Tomorrow at six arrived. It was the day I would visit Ketut Arsana at the ashram. But I met the white witch from Canada first.
Cat was my reiki teacher. I had read about her online and I liked her face. It was the same way that I chose my therapist in Boston. By the look in her eyes that escaped the confines of the screen and spoke directly to my intuition. This is why I always advise people who promote their work to look into the camera lens so that people could see their soul.
Cat’s soul was certainly prevalent in her garden as soon as I entered. Her house had a turquoise door, hidden in a narrow alleyway next to the school. You open it and, like many a Narnian thing, the magic can be felt thick like velvet, thick as the sprawling greens and overgrowth. I walked through the garden in a state of purring pleasure. I knew I had come to the right place.
The house was built for the humid open, like many Balinese houses. The kitchen, the living room and the dining room were all one with the garden, topped with a slanted thatched roof.
She gave me the coolest glass of water in existence. We would soon learn that practicing reiki would be dehydrating.
Cat herself was a woman who had matured into age but had kept a light floral freshness about her. She spoke barely above a whisper, like she was stroking your cheek every time she opened her mouth.
She had lived in the tropics for over twenty years and had built this house herself, she said. It was a lovely house that flaunted a sense of completion, a direct manifestation of a woman who knew she loved the tropics and believed she belonged here. She had carefully collected furniture without over doing it. The house would have made it into Architectural Digest…but not quite. That’s what I loved about it. The "not quite" that made it truly hers.
“How did you do it?” I asked, fascinated.
“You draw a picture and you give it to someone to make it.” she said matter-of-factly.
Could life really be that simple?
Cat listened with intent and nodded with intent. The fibers of me melted here and I became highly attuned guitar strings. It was clear that the garden was cultivated over a course of years with love because things rambled and grew, played and tumbled. There was a lily pond above which two threads of crystal hung to reflect the shards of light from the water like a peddler calling to his goods. Dragonflies came to her, butterflies - I counted about five different kinds - frogs, lizards, and, certainly, mosquitoes. She gave me and my reiki partner two bottles of mosquito repellent and began the lesson.
I knew a little about reiki, having been on the receiving end of it. My first session happened one snowy evening in Boston when I dragged my cousin, Ream, to see a reiki healer. I remember writhing on the healer's table as her hands hovered over my forehead. My third eye might even have burst open.
Cat told us about the origins of reiki. Japanese Dr. Usui had discovered the inspiration for it in the early 20th century during a 21 day meditation on Mount Kurama. He may have also incorporated his knowledge of different Eastern healing techniques such as Qi Gong from China and the Japanese equivalent, kiko. But Dr. Usui's school of thought gained much more fame when an earthquake hit Japan in 1923, measuring 7.9 at the Richter scale. He and his students healed the victims of the earthquake using reiki and the demand for the work climbed high.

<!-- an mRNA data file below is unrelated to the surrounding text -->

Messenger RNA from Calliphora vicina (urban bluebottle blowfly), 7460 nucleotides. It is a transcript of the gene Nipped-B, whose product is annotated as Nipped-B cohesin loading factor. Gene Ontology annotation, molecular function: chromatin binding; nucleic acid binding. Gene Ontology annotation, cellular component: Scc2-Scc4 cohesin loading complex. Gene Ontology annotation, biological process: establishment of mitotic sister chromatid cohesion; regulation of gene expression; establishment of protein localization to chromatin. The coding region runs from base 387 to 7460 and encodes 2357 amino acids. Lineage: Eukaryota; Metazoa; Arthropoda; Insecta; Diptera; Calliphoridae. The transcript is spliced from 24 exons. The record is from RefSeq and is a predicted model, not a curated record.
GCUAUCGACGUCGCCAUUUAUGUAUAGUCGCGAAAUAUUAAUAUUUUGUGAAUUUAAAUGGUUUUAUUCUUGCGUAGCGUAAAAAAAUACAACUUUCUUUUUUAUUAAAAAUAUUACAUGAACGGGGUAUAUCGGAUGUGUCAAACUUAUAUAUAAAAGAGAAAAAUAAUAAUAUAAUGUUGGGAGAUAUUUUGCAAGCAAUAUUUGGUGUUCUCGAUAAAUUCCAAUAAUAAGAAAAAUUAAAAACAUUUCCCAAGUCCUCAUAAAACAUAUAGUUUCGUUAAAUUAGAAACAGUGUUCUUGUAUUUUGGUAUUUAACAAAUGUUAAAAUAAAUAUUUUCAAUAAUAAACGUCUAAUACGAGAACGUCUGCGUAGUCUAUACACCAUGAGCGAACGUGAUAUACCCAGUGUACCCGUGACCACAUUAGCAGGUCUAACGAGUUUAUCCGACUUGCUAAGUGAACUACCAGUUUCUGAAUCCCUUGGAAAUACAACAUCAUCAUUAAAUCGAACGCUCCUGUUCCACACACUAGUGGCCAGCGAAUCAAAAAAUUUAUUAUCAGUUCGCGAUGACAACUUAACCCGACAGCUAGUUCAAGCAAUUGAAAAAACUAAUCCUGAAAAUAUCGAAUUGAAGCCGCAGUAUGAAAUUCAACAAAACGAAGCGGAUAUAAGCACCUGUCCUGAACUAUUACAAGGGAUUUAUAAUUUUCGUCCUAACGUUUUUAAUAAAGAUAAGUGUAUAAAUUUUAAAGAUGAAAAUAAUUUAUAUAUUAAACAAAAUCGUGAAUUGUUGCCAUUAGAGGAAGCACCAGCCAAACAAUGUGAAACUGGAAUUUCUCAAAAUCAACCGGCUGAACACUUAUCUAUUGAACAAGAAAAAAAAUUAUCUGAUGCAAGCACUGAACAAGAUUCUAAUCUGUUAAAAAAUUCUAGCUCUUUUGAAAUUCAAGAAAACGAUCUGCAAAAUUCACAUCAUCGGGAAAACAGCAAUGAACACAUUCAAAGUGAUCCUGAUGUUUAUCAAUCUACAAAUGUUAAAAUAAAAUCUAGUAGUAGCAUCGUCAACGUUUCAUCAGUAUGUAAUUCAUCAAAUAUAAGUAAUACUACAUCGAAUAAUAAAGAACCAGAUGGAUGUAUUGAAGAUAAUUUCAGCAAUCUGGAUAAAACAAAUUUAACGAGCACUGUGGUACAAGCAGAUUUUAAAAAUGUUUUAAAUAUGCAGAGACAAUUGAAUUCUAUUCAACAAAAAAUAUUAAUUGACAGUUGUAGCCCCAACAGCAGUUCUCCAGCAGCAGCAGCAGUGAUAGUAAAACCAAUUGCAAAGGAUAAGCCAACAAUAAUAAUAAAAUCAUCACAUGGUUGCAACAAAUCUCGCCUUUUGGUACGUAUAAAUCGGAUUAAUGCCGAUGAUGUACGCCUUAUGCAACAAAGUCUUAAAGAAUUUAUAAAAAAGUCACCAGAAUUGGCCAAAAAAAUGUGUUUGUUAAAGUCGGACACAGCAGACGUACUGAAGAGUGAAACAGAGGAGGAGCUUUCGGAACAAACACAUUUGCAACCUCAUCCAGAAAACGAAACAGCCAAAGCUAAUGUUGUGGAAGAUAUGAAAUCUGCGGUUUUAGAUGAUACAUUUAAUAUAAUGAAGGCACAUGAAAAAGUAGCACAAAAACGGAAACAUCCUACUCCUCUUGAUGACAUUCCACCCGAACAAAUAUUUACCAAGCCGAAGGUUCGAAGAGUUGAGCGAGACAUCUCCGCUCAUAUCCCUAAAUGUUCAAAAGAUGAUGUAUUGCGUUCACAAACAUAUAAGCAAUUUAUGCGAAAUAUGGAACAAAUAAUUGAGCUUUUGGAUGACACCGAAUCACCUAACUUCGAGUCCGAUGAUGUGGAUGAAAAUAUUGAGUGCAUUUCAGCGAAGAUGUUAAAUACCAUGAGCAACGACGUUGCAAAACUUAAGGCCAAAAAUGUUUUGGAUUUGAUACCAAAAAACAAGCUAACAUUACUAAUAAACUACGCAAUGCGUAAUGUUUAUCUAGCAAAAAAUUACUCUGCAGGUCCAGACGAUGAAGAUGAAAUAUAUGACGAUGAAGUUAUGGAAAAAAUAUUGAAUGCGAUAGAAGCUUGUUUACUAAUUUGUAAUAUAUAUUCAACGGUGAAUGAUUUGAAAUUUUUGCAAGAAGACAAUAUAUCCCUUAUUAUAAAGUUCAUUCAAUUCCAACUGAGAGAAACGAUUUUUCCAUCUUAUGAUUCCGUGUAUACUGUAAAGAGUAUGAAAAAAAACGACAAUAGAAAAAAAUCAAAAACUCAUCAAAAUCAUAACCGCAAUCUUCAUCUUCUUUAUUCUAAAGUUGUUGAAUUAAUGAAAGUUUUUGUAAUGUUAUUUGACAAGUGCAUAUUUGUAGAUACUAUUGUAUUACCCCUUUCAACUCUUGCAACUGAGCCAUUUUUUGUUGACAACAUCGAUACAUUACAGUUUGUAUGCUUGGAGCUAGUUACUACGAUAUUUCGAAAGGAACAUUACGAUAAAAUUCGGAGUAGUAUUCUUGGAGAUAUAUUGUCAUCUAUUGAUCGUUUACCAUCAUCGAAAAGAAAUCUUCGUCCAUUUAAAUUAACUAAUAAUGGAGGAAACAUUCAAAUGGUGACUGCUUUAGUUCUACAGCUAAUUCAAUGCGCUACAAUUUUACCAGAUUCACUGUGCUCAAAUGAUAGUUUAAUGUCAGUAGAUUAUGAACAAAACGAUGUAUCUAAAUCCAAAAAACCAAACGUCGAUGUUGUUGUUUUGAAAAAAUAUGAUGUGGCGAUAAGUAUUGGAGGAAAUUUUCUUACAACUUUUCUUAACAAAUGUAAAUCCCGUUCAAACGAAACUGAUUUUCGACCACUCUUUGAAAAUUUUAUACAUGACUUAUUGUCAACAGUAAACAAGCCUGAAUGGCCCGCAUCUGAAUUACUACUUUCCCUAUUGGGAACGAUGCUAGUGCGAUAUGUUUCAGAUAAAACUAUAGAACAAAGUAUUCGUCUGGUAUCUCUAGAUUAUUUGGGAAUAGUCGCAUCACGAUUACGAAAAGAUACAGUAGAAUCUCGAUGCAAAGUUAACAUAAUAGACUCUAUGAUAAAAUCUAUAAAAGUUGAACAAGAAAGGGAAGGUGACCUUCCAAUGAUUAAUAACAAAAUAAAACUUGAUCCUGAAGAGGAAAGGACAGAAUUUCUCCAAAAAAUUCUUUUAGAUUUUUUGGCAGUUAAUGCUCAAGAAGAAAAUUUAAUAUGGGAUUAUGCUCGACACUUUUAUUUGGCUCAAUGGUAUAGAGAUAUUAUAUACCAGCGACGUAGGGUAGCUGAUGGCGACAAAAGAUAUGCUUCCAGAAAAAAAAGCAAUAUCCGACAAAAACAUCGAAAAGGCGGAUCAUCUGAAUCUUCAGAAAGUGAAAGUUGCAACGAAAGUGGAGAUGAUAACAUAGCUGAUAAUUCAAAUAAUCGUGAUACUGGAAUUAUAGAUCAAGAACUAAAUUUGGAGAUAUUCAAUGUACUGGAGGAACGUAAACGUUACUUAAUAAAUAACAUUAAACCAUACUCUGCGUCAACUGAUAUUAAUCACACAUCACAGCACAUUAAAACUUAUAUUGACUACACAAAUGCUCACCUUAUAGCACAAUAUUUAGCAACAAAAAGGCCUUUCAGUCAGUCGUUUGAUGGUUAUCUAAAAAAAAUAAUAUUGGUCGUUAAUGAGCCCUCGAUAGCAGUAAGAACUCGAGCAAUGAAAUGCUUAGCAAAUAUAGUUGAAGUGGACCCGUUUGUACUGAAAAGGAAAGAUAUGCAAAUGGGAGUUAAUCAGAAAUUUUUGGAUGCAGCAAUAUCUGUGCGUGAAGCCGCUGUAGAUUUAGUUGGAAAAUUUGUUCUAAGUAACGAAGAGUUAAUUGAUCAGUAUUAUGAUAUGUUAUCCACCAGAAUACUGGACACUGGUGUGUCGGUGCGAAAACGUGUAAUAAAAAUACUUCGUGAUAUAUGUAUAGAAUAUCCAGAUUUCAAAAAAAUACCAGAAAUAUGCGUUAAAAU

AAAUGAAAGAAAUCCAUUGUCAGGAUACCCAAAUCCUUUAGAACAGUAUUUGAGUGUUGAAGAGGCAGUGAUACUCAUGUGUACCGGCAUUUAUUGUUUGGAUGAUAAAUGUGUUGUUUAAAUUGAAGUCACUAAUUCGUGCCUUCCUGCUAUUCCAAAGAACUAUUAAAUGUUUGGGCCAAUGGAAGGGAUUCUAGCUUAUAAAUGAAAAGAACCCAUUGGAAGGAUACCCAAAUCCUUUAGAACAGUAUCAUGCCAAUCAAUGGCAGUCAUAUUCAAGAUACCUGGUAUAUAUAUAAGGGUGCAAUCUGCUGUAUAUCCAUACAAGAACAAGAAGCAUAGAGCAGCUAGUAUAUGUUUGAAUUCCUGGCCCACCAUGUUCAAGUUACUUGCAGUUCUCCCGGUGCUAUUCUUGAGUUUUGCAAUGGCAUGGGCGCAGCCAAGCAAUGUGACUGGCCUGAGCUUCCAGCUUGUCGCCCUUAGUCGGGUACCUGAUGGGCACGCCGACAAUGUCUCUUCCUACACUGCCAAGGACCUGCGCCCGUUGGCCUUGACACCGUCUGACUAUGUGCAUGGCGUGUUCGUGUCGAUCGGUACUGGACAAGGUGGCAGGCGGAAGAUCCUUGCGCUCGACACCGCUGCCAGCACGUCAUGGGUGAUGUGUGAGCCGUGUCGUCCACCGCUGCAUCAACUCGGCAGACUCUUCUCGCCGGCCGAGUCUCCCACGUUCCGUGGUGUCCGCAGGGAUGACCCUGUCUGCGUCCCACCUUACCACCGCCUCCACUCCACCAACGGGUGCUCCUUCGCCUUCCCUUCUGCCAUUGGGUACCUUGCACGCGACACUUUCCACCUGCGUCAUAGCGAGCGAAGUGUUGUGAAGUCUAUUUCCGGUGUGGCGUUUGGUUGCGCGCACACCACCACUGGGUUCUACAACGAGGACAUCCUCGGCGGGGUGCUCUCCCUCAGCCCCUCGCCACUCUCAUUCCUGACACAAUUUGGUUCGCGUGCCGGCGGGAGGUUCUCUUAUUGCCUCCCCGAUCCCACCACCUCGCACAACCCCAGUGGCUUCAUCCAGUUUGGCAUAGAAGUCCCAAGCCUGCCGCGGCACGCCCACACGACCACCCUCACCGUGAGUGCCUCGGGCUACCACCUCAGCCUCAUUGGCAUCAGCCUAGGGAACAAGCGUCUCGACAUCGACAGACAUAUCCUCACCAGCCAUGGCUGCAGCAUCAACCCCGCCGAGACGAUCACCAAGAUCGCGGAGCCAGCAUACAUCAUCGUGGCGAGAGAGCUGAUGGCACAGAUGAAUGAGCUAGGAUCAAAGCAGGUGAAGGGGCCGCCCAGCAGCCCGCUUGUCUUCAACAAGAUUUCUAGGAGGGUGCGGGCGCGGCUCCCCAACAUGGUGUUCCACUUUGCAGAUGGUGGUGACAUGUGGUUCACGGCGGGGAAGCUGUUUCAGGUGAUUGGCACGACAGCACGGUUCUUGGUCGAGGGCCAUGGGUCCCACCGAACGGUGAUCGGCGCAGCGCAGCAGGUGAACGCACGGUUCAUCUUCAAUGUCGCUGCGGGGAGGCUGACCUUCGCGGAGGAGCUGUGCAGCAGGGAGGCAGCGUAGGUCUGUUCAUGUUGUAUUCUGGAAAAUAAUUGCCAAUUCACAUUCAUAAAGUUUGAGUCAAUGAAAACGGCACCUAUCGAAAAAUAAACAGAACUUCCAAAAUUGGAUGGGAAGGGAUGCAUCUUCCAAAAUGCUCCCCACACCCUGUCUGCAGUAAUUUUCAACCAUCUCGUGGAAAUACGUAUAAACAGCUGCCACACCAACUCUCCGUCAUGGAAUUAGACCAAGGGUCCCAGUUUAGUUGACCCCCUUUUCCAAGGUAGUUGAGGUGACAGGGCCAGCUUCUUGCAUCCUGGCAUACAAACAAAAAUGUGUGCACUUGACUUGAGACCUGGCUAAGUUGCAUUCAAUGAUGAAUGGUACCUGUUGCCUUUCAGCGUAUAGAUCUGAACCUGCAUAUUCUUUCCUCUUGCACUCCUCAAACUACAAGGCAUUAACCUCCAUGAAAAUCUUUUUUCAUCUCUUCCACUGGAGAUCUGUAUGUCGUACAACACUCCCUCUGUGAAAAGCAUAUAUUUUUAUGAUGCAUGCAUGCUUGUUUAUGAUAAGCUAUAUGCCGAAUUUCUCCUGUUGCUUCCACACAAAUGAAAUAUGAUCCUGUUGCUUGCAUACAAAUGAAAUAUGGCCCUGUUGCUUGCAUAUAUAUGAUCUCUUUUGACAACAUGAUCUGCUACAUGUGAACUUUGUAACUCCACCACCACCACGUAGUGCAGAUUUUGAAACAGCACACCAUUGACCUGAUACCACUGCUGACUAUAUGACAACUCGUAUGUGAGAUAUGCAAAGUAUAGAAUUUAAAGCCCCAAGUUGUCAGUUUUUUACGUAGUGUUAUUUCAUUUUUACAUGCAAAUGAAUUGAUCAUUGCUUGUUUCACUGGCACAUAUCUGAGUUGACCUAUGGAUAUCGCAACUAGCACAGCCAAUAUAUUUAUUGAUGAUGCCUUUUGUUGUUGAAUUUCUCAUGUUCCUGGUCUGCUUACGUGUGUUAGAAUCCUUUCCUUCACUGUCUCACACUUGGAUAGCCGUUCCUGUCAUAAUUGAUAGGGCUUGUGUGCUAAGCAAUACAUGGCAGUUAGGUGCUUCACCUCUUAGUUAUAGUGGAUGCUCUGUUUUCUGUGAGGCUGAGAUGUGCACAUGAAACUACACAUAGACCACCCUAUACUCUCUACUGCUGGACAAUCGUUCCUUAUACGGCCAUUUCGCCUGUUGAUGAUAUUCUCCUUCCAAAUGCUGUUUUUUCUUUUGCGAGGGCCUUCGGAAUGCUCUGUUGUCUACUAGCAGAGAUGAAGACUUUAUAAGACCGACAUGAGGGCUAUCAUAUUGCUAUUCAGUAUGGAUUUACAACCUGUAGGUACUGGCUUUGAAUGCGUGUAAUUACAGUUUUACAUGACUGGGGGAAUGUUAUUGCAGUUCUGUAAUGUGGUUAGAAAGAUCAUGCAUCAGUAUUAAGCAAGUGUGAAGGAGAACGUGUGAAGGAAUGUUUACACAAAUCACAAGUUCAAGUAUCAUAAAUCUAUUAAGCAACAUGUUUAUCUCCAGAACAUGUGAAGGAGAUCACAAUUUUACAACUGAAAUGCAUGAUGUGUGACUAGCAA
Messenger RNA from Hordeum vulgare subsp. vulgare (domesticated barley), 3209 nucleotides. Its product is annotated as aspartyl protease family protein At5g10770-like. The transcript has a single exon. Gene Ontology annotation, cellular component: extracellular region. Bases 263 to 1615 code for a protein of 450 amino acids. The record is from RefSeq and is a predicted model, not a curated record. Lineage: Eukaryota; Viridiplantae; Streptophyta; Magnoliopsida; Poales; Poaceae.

The Usui method is very simple and because it is simple, it is often over-complicated by eager fanatics. It looked like I would have to learn spells and potions from someone else!
As we moved steadily into the class, something in me listened closer and closer. Yes? Yes? Yes! Awash with knowing, I confessed to Cat that I had always fantasized about being a witch, helping and healing people. Simple as it was, what if this was the modern day path to that?
Cat spoke about channeling the healing powers of the Divine. She spoke about the science behind it. She spoke about setting an intention and letting go of the outcome. We don’t know how the Divine works, she said. Our job is simply to set the intention, to invoke the Divine and to channel. I was enraptured but I realized I already knew all this. It was exquisitely familiar to me.
I later told Cat about rokya. In Islamic tradition, we were taught at a very young age to put our hands over an ouchie or an illness, to set an intention for God to heal it, and to “read on it”, that is to say to repeat mantras from the Koran.
“That’s very beautiful,” she said. “Then this might really be the healing method for you because you already know it.”
She taught us how to sense our own and the other person’s halo of energy or aura. I had idly experimented with my hands before, making that energy expand, larger and larger, like a magnet strengthening. Energy! I had always sensed it but I never knew what to do with it. Often I could feel people, or places, or things like plants and trees. Green energy I called that moist humming I felt in a garden or a deeply saturated forest. In a way, I always knew about it, but I never claimed it or believed that I could be given permission to work with it.